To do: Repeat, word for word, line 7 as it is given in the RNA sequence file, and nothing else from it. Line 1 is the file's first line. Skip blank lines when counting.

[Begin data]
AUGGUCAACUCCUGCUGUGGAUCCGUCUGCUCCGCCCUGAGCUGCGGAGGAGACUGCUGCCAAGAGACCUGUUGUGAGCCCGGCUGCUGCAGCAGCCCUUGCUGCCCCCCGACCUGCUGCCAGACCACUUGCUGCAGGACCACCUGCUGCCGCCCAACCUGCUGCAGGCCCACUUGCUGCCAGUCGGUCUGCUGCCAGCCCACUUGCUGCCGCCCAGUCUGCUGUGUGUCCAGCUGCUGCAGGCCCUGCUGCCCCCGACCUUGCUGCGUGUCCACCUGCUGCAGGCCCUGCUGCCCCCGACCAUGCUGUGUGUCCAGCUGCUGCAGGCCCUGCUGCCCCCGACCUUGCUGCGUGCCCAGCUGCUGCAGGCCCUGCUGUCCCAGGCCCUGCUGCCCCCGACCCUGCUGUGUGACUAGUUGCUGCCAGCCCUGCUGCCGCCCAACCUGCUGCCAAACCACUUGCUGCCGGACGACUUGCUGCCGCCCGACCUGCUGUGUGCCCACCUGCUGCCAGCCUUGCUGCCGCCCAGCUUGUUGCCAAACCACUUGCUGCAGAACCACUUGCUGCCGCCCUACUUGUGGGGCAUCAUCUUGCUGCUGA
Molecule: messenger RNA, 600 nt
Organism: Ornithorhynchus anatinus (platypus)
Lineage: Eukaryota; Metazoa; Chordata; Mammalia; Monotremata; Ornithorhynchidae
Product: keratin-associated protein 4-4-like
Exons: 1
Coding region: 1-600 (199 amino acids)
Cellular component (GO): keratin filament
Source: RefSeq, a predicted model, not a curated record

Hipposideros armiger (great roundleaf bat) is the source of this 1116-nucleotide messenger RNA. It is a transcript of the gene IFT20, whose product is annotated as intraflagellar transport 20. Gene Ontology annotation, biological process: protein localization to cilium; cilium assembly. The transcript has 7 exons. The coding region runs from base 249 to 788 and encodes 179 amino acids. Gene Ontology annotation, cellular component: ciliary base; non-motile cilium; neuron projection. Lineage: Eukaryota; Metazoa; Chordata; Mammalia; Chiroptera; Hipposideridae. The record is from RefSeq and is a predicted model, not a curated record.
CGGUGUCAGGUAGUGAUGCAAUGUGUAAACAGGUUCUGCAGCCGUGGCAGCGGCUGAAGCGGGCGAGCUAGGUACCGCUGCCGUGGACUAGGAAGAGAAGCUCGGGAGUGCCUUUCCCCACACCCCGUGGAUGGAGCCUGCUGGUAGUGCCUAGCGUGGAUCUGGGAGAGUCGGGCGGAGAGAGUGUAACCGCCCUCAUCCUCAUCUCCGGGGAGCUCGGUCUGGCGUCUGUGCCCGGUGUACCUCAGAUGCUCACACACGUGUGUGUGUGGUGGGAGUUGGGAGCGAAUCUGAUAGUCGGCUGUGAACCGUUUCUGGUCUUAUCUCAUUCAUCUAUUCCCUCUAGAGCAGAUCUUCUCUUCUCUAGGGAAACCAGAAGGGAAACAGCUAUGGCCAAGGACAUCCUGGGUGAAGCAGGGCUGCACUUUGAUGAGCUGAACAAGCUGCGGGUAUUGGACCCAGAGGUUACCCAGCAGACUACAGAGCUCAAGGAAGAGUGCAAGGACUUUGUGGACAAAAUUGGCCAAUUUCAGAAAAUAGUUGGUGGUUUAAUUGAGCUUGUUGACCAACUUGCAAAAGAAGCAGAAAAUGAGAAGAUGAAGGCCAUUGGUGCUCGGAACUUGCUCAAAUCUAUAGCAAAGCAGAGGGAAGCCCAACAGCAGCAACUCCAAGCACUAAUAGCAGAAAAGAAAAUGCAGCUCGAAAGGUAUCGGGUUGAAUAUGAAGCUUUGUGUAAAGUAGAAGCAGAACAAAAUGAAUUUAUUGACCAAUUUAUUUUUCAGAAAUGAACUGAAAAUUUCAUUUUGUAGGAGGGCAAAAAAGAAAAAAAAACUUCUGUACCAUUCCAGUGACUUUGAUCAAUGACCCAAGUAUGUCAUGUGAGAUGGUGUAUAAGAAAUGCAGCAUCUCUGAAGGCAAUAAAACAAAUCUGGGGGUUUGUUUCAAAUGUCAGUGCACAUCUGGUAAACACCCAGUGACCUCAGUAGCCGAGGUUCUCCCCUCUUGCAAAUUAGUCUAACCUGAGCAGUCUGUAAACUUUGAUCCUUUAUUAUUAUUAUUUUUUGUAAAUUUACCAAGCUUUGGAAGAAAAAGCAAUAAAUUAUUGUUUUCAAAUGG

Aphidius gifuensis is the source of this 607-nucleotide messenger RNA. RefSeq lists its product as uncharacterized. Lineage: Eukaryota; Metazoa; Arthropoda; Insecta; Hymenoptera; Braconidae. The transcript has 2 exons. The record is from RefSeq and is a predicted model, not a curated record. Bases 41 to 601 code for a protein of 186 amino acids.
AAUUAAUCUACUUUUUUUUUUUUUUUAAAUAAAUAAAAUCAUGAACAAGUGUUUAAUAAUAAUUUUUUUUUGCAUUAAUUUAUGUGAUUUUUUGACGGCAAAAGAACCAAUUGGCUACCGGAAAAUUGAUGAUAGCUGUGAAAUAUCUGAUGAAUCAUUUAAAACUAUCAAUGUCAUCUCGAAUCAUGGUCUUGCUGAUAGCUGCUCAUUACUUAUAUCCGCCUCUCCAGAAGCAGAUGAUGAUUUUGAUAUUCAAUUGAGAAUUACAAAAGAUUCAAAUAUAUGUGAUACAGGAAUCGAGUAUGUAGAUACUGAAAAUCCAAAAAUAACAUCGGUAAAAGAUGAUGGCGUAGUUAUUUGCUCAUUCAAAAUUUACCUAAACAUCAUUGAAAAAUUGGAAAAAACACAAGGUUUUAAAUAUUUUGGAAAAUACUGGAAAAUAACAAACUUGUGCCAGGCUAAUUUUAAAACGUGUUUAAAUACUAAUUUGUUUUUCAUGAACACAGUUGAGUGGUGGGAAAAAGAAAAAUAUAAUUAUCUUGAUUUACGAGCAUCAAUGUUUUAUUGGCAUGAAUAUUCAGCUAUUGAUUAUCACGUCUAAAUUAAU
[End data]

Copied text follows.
Coding region: 1-600 (199 amino acids)